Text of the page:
The researcher discovered a transparent microchip in the HP computer 1977

The researcher discovered a transparent microchip in the HP computer 1977

Computer historian and chip reverse-engineering enthusiast Ken Shirriff found a mysterious transparent chip inside a 1977 HP computer. He found out that the microcircuit is silicon-on-sapphire and serves as an auxiliary component of the floppy disk controller.

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Schirriff discovered this chip in the floppy drive controller circuit board, located between the HP interface bus (HP-IB) and the Z80 processor. According to him, the silicon-on-sapphire chip was once used in many HP products. “It processes the bus protocol and buffers data between the interface bus and the device’s microprocessor,” explained the researcher.

In this chip, a thin layer of silicon is deposited on a sapphire substrate to form a circuit. Silicon belongs to the N-type and, if necessary, is converted to the P-type by ion implantation. A layer of metal wiring is formed on top, as well as transistors with a metal gate. The diagram below shows a cross section of the circuit.

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Shirriff points out that chips made this way have been around since 1963 or earlier. A clear example of “silicon-on-sapphire” is the RCA 1802 processor used on the Galileo space probe, which studied Jupiter and its moons.

HP MC2 / Hewlett-Packard Journal, 1977

The enthusiast also detailed some of the features of silicon-on-sapphire, such as the sapphire substrate as an insulator. All in all, this design “reduces the capacitance between transistors, improves performance.” Moreover, the insulating properties of sapphire can prevent stray currents and protect against low-impedance short circuits and radiation exposure.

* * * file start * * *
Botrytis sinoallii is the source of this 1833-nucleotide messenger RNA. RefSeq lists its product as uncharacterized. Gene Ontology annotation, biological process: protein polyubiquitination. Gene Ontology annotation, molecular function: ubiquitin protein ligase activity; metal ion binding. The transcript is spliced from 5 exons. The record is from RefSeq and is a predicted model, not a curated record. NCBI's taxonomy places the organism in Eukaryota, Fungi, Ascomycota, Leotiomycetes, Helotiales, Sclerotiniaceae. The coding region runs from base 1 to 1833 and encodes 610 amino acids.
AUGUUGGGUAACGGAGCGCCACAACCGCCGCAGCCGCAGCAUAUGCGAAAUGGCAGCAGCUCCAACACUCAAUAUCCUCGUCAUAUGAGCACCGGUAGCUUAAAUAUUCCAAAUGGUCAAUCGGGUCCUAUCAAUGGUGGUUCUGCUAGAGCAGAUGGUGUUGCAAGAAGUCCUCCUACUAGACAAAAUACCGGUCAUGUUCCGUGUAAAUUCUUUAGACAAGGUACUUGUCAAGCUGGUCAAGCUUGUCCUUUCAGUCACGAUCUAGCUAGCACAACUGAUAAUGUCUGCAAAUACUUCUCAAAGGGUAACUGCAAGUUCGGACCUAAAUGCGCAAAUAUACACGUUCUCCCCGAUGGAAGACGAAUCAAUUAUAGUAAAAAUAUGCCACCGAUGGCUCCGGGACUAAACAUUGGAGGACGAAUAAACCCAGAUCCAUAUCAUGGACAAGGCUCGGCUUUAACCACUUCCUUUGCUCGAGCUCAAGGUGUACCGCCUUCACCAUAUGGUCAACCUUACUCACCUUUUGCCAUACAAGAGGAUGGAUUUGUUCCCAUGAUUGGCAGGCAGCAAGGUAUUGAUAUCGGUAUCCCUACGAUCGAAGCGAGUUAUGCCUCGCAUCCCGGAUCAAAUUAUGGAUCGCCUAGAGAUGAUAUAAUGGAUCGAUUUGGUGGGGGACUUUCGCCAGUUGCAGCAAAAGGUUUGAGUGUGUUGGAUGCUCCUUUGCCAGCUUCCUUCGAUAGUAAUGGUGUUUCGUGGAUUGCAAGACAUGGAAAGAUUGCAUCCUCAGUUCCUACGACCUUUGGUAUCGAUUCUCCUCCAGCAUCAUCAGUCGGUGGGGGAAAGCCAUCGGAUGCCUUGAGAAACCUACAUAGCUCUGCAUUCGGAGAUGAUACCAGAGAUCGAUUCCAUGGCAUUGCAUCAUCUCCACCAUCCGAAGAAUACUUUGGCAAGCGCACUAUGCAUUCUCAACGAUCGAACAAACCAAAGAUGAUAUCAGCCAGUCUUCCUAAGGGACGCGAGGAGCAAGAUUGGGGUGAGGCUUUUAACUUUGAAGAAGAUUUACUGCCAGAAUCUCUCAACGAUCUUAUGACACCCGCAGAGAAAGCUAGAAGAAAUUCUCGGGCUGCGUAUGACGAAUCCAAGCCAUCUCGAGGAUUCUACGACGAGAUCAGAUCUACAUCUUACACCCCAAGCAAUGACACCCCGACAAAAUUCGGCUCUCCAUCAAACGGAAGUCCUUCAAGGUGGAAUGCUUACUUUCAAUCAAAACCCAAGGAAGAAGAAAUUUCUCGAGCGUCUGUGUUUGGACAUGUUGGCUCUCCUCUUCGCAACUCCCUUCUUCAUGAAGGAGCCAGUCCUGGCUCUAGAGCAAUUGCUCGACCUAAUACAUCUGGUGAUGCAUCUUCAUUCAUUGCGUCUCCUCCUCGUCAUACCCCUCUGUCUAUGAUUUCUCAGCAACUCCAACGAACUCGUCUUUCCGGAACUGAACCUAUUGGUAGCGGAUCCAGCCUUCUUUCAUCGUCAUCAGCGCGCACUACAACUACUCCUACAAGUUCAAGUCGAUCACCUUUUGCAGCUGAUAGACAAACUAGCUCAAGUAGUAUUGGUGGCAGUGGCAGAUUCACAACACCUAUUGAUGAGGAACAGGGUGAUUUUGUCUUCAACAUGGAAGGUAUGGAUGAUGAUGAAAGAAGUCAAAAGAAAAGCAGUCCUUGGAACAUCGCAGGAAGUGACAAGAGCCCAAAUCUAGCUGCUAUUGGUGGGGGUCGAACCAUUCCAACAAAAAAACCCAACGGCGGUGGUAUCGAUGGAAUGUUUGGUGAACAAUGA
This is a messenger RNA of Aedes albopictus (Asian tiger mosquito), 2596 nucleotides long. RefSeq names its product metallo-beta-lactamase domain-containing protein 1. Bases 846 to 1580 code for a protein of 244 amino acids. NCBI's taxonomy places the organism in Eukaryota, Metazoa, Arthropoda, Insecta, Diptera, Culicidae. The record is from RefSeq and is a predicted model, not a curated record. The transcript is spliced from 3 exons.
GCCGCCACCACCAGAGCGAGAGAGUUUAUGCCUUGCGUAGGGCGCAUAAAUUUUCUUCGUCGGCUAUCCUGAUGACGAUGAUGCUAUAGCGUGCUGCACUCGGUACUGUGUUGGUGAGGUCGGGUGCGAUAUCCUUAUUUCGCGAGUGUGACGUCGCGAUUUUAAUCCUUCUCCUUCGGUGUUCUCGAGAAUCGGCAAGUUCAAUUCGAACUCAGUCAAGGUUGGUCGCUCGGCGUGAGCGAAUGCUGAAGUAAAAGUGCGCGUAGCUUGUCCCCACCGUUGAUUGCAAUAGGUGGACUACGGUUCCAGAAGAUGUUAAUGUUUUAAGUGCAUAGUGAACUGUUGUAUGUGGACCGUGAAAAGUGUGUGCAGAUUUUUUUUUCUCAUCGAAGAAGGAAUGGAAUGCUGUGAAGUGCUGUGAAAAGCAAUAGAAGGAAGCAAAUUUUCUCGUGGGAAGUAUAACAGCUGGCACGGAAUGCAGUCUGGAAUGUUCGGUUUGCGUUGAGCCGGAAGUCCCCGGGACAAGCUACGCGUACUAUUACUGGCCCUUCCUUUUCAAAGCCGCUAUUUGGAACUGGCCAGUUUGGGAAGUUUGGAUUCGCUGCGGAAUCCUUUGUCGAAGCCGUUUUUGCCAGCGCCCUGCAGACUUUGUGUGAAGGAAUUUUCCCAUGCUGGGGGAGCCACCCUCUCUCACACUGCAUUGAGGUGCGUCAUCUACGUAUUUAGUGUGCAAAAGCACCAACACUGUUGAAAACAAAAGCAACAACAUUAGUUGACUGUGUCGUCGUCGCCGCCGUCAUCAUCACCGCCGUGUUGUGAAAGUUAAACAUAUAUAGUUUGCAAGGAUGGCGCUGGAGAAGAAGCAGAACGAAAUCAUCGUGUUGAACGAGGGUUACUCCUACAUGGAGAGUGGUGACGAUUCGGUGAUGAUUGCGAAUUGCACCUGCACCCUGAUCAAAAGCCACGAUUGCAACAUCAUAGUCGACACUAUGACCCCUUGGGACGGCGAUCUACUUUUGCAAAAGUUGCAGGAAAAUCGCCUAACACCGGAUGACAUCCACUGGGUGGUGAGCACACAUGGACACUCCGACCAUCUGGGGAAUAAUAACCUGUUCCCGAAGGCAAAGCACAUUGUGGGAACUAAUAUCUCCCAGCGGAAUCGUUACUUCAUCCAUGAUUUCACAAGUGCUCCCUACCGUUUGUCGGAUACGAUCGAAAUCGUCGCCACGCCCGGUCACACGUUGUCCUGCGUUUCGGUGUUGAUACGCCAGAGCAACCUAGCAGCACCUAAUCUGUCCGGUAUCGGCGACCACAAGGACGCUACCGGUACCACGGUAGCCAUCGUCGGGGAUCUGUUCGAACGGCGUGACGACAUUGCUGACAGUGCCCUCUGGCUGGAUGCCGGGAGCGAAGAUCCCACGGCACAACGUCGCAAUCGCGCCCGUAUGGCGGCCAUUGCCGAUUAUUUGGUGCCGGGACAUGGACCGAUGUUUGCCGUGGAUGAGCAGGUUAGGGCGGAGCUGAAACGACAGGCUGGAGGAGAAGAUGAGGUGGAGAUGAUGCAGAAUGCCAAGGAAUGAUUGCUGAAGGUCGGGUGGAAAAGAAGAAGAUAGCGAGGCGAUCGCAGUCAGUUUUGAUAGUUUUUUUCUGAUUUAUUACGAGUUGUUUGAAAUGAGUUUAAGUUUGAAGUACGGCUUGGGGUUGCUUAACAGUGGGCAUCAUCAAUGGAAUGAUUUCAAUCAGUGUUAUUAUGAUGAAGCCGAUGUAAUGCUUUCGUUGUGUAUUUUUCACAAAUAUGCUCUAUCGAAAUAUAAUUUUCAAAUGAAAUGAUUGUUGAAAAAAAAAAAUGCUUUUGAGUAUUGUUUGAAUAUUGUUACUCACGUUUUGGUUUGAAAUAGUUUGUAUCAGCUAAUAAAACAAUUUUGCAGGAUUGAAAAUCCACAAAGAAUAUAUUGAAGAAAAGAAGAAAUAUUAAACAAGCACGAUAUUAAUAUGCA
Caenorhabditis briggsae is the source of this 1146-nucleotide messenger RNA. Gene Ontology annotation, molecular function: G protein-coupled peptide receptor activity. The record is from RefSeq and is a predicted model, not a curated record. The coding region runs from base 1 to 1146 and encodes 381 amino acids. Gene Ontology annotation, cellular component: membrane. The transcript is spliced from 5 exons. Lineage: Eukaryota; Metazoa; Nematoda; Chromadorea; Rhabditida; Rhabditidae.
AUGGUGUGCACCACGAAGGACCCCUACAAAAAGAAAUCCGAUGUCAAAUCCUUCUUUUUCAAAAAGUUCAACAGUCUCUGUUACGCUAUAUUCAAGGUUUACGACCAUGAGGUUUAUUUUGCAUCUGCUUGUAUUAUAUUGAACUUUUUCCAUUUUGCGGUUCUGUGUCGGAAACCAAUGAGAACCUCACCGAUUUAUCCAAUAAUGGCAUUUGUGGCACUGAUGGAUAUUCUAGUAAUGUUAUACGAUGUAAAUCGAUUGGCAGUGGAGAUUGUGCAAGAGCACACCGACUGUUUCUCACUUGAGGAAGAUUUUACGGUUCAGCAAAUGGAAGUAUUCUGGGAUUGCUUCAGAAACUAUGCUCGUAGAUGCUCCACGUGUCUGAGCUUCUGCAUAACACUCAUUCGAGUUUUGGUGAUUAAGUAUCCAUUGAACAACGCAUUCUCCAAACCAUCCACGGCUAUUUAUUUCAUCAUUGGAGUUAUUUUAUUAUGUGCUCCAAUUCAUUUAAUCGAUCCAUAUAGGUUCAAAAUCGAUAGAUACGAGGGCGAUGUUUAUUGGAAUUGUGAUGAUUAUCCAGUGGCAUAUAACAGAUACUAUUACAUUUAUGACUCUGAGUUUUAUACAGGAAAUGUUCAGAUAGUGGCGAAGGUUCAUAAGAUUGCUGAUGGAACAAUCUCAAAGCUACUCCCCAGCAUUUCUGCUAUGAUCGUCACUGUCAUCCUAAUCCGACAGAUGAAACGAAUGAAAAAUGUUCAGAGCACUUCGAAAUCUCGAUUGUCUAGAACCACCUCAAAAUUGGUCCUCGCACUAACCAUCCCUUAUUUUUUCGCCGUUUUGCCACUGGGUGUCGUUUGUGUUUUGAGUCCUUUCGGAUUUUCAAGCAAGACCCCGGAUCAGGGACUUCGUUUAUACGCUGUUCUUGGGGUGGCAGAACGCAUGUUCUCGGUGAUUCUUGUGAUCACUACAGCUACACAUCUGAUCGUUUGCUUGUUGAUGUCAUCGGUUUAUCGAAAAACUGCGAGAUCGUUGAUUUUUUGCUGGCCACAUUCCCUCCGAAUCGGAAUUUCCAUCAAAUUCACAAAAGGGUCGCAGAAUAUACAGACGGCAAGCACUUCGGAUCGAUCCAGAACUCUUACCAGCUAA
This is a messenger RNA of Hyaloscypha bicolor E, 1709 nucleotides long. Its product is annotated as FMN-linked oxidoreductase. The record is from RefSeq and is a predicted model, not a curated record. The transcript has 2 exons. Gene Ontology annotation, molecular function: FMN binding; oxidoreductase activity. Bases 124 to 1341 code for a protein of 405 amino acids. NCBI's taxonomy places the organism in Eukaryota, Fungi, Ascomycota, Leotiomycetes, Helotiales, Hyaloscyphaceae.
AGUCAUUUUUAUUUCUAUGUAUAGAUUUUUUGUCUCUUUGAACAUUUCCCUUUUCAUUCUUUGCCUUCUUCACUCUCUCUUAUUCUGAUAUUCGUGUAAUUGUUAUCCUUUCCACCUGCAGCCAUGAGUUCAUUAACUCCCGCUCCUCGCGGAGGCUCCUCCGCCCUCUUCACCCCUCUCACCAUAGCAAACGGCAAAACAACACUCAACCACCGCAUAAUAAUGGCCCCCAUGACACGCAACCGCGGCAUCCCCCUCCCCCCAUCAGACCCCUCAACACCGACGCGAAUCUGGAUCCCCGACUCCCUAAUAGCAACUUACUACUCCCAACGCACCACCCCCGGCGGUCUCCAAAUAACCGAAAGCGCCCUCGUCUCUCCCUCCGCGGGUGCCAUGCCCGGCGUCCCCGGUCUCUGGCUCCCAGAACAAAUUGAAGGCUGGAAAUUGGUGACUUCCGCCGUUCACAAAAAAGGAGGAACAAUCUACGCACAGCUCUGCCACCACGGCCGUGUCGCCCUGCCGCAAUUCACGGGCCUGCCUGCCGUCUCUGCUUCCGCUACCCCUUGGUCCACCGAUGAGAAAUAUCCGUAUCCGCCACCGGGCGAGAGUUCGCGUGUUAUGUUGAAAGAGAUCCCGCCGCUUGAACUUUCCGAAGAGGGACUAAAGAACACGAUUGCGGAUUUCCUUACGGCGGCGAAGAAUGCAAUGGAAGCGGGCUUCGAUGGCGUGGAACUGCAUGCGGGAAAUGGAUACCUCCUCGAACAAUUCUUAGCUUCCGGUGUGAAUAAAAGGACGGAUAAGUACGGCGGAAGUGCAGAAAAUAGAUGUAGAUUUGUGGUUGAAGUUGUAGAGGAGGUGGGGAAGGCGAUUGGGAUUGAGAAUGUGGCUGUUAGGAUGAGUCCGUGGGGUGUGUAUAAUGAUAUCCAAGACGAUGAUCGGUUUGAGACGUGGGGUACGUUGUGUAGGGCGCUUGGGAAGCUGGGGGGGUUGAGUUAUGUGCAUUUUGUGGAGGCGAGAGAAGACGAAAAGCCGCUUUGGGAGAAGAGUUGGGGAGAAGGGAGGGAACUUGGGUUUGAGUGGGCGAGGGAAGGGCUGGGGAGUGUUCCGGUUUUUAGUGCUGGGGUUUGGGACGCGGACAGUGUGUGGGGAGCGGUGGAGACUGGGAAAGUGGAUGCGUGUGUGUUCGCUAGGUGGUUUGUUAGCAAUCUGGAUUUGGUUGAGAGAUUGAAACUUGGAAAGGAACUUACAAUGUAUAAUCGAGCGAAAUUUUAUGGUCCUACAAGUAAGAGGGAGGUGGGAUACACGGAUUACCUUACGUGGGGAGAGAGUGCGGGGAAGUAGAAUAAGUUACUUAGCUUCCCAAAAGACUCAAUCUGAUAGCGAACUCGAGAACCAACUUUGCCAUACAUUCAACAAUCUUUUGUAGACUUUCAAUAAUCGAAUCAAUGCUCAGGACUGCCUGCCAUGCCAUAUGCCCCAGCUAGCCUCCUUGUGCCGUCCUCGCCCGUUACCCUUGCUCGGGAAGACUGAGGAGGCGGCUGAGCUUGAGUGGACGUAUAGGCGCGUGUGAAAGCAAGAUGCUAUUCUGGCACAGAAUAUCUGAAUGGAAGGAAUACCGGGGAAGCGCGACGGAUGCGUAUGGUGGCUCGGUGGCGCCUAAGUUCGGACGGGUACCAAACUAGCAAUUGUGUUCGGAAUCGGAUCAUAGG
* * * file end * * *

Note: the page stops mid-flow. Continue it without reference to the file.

Shirriff studied the chip’s logic elements, FIFO buffers, and a decoder that selects a particular register based on address lines.

Composite image of the PHI chip crystal taken with a microscope / righto.com

A computer historian concludes that this chip is “interesting as an example of future technology that didn’t quite live up to its promise.”

Schirriff also compares late 1970s silicon-on-sapphire processors with conventional silicon in terms of power consumption and clock speed. He notes that the former are superior to the latter. However, silicon-on-sapphire had a low yield (only 9%) and a high cost.

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